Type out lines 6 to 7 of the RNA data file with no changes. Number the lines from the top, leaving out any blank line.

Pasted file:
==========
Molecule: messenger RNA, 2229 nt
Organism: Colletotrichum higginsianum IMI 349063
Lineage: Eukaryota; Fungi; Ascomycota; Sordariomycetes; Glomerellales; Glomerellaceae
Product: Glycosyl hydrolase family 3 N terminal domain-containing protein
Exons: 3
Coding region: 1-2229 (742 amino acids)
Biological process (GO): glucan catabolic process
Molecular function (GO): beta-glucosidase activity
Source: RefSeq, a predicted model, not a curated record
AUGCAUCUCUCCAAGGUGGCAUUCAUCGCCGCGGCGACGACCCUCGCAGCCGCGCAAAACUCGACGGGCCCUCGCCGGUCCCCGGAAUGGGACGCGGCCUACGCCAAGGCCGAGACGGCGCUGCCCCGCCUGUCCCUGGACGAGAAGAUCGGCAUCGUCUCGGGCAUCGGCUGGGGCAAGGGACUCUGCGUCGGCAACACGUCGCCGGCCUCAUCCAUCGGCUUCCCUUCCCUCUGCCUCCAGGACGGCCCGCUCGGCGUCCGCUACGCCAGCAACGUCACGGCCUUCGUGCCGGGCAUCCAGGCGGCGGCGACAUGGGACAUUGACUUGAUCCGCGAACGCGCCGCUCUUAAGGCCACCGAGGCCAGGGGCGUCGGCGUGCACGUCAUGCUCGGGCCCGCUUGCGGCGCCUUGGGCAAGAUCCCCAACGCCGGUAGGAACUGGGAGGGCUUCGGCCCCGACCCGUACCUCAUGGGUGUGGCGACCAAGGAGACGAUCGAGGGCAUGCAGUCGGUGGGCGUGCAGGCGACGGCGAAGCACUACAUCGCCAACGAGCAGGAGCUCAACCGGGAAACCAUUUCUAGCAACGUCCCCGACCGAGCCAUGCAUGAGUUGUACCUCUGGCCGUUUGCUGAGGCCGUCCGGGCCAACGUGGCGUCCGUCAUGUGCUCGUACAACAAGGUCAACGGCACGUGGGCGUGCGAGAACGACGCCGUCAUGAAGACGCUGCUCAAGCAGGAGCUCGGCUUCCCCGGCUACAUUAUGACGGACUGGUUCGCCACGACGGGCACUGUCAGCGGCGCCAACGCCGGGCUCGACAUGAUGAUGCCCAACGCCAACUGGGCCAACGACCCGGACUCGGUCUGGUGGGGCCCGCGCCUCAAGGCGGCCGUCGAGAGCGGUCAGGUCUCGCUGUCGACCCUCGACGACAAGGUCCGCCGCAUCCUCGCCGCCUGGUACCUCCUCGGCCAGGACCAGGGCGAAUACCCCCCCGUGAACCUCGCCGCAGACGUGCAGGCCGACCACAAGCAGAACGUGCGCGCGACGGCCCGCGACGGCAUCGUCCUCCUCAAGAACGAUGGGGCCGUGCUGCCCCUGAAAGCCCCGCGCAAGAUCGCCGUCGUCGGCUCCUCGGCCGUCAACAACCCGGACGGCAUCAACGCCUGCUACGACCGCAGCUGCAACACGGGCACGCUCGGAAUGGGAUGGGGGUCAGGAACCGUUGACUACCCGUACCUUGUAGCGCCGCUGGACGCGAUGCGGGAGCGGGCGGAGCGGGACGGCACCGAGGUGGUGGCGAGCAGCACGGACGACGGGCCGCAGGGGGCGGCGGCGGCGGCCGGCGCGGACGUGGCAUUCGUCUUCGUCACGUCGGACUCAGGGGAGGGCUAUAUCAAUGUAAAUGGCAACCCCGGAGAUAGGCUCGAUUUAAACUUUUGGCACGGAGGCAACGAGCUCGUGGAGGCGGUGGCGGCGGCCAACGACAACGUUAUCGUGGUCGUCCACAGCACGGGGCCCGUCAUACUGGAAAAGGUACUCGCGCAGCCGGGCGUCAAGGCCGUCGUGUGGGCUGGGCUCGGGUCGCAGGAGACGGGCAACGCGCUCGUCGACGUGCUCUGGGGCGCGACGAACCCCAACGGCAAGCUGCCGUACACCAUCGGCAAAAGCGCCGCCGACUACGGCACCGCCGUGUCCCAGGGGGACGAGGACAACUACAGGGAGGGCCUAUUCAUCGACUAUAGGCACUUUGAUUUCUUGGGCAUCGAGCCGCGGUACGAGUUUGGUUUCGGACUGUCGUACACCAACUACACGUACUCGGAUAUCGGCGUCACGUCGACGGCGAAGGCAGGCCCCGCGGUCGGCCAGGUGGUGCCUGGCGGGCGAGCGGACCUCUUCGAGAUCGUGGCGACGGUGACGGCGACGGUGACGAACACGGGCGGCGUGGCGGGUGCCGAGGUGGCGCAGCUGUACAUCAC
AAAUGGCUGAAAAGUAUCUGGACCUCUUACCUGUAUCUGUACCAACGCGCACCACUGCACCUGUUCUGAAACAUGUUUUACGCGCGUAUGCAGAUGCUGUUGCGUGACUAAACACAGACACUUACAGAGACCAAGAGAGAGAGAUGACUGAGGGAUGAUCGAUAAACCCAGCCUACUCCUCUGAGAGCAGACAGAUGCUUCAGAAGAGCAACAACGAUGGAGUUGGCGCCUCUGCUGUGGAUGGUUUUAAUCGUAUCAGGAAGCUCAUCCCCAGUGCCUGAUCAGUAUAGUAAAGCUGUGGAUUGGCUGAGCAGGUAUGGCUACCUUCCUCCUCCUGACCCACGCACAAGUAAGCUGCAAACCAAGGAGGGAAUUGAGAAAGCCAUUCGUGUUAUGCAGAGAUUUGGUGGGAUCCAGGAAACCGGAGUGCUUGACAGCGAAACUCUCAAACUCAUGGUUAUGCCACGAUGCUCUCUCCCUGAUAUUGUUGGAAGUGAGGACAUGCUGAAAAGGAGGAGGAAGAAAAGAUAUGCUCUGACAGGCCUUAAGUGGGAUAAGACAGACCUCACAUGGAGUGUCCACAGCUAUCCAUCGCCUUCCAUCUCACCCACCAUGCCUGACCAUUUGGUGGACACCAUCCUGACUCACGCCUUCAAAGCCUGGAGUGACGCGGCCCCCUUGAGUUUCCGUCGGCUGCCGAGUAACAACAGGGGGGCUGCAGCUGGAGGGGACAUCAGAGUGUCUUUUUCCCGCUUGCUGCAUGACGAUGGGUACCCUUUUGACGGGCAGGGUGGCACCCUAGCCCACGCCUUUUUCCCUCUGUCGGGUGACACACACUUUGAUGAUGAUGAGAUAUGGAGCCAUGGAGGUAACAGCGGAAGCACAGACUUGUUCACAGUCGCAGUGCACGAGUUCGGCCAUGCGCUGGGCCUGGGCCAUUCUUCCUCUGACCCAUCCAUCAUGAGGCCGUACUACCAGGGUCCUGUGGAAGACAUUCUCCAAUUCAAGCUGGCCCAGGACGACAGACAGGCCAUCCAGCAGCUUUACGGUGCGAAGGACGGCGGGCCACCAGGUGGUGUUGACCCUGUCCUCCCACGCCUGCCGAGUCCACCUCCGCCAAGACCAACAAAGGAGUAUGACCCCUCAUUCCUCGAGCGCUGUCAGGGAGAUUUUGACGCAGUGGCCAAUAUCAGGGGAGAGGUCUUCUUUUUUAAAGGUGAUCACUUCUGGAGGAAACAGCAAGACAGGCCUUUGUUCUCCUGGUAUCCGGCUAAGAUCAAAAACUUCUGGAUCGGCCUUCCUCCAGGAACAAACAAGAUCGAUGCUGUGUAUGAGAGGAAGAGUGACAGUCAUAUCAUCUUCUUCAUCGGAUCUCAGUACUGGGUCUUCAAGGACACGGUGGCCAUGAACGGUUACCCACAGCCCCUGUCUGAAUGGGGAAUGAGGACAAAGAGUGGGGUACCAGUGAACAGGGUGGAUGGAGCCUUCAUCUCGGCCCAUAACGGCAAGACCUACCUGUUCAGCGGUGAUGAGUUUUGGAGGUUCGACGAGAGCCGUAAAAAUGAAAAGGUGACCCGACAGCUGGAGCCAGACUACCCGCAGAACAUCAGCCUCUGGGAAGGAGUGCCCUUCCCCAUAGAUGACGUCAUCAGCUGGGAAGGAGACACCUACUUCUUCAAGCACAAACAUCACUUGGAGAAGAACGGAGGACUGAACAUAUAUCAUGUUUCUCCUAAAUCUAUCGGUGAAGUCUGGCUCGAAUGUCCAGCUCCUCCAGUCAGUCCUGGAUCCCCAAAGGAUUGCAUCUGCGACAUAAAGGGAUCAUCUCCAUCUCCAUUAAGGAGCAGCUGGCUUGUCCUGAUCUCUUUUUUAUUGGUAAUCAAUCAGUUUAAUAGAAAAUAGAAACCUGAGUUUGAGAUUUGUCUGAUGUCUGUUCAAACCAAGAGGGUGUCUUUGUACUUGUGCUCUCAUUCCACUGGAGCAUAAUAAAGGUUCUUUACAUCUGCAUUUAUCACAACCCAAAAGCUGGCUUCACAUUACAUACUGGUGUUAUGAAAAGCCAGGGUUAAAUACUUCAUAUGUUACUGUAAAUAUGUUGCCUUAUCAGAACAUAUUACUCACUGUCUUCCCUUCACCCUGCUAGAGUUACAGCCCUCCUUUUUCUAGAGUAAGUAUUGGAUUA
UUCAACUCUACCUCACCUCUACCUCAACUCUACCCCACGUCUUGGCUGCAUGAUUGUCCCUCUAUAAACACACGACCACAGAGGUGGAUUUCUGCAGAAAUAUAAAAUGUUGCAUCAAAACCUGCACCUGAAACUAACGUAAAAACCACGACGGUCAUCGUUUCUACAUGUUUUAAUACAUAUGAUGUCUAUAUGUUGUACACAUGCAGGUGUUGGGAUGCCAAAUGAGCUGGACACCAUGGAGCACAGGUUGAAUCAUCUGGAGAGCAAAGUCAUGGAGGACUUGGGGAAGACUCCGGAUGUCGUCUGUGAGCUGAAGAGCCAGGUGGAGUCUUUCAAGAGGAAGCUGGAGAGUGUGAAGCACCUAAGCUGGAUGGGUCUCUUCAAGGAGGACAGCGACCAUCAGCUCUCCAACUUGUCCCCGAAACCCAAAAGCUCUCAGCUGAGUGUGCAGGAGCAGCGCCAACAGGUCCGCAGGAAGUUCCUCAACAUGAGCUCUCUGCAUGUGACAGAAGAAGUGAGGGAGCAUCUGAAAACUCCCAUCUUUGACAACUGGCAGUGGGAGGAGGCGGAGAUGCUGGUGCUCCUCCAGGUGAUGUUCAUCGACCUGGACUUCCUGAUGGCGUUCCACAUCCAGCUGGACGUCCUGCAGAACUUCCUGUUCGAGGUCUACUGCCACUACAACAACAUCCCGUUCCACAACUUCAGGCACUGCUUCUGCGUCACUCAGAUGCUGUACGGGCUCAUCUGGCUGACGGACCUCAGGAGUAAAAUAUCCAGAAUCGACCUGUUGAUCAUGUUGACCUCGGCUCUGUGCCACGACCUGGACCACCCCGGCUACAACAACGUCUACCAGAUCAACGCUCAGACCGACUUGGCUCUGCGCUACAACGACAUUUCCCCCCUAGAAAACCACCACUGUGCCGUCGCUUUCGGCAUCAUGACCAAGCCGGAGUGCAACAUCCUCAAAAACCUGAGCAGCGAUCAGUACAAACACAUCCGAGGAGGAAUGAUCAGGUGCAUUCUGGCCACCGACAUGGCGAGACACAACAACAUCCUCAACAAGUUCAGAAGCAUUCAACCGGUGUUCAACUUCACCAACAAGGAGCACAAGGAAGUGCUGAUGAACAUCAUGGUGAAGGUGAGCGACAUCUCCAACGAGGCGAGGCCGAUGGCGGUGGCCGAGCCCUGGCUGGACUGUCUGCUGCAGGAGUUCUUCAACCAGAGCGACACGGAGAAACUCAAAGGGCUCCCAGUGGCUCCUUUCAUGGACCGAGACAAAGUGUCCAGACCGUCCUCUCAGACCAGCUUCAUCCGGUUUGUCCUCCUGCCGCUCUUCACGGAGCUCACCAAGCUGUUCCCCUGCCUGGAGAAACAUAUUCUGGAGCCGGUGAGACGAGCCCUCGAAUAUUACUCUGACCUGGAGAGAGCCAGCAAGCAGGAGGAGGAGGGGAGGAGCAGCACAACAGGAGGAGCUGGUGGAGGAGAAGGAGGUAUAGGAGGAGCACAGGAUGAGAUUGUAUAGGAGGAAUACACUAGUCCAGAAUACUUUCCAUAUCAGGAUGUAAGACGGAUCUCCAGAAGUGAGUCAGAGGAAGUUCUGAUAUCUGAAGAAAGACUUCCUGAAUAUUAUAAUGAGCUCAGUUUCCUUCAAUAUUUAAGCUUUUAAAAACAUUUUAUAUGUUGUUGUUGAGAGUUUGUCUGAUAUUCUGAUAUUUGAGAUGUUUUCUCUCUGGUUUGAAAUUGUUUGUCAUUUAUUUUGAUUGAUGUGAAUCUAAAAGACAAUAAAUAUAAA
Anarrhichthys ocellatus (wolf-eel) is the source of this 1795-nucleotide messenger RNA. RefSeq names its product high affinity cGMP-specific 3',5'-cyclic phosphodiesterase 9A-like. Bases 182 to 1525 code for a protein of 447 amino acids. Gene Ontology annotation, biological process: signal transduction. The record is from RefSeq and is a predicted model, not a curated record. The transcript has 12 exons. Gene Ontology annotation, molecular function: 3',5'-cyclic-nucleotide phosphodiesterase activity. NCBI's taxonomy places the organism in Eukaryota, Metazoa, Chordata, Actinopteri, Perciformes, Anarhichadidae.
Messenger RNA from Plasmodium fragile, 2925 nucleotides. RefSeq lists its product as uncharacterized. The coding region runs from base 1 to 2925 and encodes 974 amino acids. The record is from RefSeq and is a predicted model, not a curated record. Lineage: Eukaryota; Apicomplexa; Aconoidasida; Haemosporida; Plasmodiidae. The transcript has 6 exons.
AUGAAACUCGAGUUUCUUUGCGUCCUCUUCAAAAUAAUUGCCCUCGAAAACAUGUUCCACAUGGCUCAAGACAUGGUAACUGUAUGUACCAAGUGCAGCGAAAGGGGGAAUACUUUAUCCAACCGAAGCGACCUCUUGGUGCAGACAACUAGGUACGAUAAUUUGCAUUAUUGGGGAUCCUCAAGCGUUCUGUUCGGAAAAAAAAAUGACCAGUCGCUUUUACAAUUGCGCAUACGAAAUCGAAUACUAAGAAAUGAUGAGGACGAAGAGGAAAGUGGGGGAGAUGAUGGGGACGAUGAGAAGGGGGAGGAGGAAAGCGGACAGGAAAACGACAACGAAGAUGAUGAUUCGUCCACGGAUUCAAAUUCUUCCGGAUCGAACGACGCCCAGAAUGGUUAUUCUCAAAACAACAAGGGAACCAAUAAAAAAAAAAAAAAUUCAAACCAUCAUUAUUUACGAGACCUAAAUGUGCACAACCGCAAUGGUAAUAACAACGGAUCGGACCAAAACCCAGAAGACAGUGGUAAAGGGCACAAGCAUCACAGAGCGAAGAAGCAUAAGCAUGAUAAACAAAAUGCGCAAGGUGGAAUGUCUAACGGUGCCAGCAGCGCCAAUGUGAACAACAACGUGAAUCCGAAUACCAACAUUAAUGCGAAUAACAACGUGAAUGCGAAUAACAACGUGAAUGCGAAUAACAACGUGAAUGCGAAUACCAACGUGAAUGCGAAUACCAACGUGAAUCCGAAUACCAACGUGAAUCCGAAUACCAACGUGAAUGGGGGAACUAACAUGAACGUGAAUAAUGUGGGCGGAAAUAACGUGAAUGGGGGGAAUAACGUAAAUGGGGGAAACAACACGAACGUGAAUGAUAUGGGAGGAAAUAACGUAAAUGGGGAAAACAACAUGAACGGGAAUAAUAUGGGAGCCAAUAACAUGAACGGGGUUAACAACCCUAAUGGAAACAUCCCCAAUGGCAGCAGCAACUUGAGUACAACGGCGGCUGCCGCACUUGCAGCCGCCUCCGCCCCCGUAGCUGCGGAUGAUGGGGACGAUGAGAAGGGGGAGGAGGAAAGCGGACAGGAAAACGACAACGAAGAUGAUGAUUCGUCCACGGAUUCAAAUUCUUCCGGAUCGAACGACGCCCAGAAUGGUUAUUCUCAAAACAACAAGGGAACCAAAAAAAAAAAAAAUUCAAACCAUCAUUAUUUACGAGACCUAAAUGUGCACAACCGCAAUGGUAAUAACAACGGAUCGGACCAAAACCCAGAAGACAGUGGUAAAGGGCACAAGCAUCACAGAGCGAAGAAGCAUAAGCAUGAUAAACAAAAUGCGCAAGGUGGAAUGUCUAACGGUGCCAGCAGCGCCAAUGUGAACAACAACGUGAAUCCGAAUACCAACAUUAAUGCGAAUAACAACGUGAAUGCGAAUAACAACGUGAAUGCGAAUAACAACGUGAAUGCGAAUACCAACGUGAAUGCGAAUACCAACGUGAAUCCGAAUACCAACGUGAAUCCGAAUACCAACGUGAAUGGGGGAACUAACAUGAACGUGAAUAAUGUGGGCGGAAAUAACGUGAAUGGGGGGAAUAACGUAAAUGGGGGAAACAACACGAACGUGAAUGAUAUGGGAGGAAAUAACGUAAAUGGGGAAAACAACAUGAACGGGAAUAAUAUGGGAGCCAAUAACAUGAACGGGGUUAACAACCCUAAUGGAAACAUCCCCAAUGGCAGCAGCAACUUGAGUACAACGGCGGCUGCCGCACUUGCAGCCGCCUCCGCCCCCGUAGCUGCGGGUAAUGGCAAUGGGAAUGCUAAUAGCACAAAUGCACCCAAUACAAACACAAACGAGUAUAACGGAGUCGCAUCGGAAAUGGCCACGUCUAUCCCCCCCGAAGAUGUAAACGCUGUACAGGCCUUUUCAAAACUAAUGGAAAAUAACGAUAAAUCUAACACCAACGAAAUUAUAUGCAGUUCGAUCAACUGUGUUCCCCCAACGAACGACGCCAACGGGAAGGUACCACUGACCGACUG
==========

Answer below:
Coding region: 1-2229 (742 amino acids)
Biological process (GO): glucan catabolic process